Mike Miller was raised in Birmingham, AL, where an enormously biodiverse environment and a culture revolving around the many cuisines of the Deep South encouraged a strong relationship with food and its production.
He enjoys reading speculative fiction and practicing film photography in his free time. He also intends to both cultivate and make use of native plants in the local food culture with the knowledge gained in the Future Farmer Program and beyond.
Alicia Miyares is a budding farmer from Los Angeles, California. Passionate about healing through land practice and re-connecting folks with whole and healthy foods, Alicia seeks to farm at the intersection of people (community) and land (including creatures).
The context of Indigenous land practice and the legacies of farming in this country are crucial to Alicia’s approach to farming and developing as a farmer. She carries herself with care, respect (for all), and a lifelong commitment to learning and growing.
Moriah Hunter is currently traveling full time and working on farms across the US with the intention of gaining more skills in farming and sustainable agriculture. In the future, she plans on starting a CSA that will provide healthy, affordable produce to her local community.
Moriah likes to spend her free time out in nature as a way to learn more about the environment through immersion.
Braxton Tanner is a professional landscape designer working currently for a landscape architecture firm in Boston, Massachusetts. With an educational background in ecology and landscape architecture, Braxton utilizes art, design, and ecological science in his professional practice both independently and collaboratively.
Having a rich family history in farming, Braxton’s goal is to bring the discipline of design and community building into a future of regenerative agriculture and land management practices.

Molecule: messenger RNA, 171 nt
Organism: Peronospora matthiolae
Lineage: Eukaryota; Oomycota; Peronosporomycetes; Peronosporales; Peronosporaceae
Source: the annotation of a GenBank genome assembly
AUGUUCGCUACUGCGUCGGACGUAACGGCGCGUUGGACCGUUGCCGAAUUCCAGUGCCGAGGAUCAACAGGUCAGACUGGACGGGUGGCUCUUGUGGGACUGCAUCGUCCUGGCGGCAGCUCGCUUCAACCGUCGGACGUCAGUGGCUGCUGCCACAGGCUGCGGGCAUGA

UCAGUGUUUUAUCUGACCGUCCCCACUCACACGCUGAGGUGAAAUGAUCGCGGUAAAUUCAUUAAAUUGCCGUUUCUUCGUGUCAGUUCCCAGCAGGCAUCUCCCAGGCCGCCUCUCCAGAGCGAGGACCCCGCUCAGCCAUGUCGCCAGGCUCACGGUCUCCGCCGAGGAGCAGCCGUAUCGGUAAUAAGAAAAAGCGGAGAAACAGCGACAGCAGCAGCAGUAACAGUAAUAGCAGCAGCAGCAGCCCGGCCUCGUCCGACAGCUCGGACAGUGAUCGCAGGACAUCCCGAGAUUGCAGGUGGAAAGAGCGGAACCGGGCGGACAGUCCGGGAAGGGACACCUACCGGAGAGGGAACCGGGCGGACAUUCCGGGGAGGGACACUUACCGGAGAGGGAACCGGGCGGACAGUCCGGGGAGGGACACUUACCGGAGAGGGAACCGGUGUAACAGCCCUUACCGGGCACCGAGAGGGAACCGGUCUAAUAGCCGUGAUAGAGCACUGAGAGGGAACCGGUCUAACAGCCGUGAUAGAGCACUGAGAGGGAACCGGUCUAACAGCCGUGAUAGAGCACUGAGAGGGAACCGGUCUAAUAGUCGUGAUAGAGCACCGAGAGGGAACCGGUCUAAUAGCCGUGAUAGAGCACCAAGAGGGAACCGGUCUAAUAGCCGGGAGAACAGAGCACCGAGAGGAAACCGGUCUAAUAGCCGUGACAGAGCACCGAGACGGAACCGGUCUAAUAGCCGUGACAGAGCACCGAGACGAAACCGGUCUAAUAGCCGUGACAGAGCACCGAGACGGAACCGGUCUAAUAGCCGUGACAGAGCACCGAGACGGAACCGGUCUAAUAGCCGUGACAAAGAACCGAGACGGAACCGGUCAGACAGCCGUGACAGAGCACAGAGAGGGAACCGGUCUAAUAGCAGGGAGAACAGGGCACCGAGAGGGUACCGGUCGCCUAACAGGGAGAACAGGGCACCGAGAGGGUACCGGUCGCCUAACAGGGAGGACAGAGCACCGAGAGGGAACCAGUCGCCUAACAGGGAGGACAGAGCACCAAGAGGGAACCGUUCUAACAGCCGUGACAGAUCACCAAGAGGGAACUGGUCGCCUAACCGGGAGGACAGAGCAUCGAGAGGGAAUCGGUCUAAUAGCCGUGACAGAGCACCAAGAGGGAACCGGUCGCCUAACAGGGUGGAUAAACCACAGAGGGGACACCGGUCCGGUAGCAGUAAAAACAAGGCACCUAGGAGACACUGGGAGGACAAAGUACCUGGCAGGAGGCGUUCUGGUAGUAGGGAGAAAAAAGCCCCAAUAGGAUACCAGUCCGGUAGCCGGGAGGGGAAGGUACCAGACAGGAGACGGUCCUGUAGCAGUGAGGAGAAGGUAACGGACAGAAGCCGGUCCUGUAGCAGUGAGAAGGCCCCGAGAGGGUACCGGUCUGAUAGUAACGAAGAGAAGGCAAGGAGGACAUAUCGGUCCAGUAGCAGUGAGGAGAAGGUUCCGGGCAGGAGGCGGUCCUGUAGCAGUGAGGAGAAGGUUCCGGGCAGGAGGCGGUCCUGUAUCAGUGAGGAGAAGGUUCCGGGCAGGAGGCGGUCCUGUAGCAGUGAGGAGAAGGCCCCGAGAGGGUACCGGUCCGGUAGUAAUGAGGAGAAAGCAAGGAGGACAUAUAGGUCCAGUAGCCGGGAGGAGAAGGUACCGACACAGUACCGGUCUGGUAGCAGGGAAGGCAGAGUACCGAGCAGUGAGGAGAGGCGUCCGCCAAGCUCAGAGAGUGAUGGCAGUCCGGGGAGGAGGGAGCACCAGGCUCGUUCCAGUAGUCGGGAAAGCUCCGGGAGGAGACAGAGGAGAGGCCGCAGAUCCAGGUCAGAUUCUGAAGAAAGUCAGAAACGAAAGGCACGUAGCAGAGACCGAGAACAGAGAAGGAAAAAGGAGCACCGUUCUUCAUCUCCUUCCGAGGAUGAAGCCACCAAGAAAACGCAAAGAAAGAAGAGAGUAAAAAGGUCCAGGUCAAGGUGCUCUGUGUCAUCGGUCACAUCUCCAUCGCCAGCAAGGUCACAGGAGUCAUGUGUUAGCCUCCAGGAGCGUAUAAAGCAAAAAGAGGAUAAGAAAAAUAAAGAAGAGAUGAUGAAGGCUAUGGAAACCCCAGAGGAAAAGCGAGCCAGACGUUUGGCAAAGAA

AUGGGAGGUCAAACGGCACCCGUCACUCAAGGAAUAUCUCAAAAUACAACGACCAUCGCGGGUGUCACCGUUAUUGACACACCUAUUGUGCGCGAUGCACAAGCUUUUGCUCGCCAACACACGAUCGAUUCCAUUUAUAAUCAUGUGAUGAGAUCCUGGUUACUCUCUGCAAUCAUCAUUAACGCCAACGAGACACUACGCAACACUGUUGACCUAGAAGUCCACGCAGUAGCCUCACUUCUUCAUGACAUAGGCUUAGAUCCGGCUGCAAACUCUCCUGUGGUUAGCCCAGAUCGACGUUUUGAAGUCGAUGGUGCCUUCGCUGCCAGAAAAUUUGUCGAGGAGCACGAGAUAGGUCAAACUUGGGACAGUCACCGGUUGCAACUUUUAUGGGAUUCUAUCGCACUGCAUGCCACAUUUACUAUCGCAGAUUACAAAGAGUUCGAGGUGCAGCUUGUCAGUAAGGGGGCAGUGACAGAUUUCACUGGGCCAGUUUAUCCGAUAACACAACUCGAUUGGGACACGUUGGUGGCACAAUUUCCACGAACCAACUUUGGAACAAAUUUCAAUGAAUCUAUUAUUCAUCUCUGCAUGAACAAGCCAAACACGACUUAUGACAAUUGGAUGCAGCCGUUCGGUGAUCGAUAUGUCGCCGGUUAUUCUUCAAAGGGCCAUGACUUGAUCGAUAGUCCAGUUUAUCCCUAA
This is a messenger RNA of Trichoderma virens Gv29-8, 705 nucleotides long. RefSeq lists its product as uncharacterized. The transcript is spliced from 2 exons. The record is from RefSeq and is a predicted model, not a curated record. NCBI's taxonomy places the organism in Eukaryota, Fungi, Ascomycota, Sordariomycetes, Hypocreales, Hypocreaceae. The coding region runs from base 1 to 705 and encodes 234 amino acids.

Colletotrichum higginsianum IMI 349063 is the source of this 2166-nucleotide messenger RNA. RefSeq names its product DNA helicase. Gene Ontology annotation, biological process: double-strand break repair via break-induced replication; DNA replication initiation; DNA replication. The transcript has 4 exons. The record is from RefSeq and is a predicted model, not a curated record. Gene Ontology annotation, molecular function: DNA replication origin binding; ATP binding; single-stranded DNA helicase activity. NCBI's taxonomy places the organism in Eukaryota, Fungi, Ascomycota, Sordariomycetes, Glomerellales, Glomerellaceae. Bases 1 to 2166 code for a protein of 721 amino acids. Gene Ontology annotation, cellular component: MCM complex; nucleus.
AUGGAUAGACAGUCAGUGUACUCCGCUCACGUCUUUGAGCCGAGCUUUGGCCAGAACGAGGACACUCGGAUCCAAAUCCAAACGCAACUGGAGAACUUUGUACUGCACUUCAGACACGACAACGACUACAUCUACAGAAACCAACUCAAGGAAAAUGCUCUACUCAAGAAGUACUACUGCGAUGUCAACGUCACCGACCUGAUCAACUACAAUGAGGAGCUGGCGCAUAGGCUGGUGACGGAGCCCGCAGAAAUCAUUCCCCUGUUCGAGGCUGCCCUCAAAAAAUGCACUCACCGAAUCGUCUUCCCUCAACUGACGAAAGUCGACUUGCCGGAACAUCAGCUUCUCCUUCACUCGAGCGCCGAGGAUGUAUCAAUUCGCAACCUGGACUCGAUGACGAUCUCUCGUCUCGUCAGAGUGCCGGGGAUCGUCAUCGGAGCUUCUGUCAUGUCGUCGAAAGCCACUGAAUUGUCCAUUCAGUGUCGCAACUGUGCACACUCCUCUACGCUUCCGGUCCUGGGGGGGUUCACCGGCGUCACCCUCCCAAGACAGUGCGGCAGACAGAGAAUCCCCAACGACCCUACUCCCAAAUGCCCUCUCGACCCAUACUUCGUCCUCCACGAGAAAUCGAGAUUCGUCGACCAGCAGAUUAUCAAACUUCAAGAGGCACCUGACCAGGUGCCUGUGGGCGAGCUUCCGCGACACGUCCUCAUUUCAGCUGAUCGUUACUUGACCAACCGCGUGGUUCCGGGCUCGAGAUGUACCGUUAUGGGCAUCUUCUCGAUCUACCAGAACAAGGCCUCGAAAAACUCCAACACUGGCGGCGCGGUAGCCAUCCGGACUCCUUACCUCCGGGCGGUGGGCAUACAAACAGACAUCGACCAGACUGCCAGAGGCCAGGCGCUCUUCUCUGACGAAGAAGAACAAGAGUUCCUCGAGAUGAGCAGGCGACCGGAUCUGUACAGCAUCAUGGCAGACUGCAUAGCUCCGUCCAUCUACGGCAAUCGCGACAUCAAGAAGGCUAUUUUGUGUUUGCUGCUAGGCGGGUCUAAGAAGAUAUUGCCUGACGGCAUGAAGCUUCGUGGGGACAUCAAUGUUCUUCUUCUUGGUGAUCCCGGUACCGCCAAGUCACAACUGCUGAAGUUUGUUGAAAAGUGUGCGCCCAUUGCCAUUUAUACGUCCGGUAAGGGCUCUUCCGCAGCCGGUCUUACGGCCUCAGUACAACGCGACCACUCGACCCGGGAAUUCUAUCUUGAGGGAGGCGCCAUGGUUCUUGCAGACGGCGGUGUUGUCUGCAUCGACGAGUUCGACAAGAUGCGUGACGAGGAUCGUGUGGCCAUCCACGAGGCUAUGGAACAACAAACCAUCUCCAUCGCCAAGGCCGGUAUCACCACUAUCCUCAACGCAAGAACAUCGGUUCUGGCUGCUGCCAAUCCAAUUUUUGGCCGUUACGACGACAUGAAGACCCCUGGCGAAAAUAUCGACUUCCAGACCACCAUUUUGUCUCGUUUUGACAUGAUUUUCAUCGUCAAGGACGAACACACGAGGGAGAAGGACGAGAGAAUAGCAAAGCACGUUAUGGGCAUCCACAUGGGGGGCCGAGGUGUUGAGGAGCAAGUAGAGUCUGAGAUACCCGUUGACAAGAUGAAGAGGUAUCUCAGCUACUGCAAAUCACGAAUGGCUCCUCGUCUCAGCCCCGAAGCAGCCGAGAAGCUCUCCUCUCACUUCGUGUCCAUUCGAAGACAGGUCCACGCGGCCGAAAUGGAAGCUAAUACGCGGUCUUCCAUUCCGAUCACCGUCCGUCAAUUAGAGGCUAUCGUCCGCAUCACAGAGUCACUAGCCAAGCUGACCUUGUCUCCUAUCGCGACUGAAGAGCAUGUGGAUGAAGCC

Rosa Maria Soriano Ynfante is a master’s student at New Mexico Highlands University. Rosa is originally from the Dominican Republic and acquired a Bachelor’s in Agricultural Sciences from Zamorano University in Honduras. After graduation, she worked for a year in the Application Technologies program at the University of Nebraska-Lincoln. Rosa worked for two years as a Research and Development Manager for a cocoa agroforestry project in the Dominican Republic. This experience triggered her interest to work in sustainable projects that support people and their livelihoods, inspiring her to apply for a master’s degree program with a focus on Environmental Science and Conservation at NMHU where she started in the spring of 2022.
Currently pursuing a bachelor’s degree in Architecture and Ethnobotany, Dounya Bilal’s deep love of plants works into everything they do from design & horticulture to working out on the farm. They are coming to the Future Farmer Program after the past year learning about food systems WWOOFing in Maui and working in the greenhouse of a botanical garden.
Dounya knows that stewardship means caring for our environment and community are one and the same, and understanding plants through a decolonized, indigenous lens is so important. Cultivating our personal connection to the land by regaining control of what we consume and how we grow it, in regaining the health of our most vulnerable communities is what they aim to work towards in their career.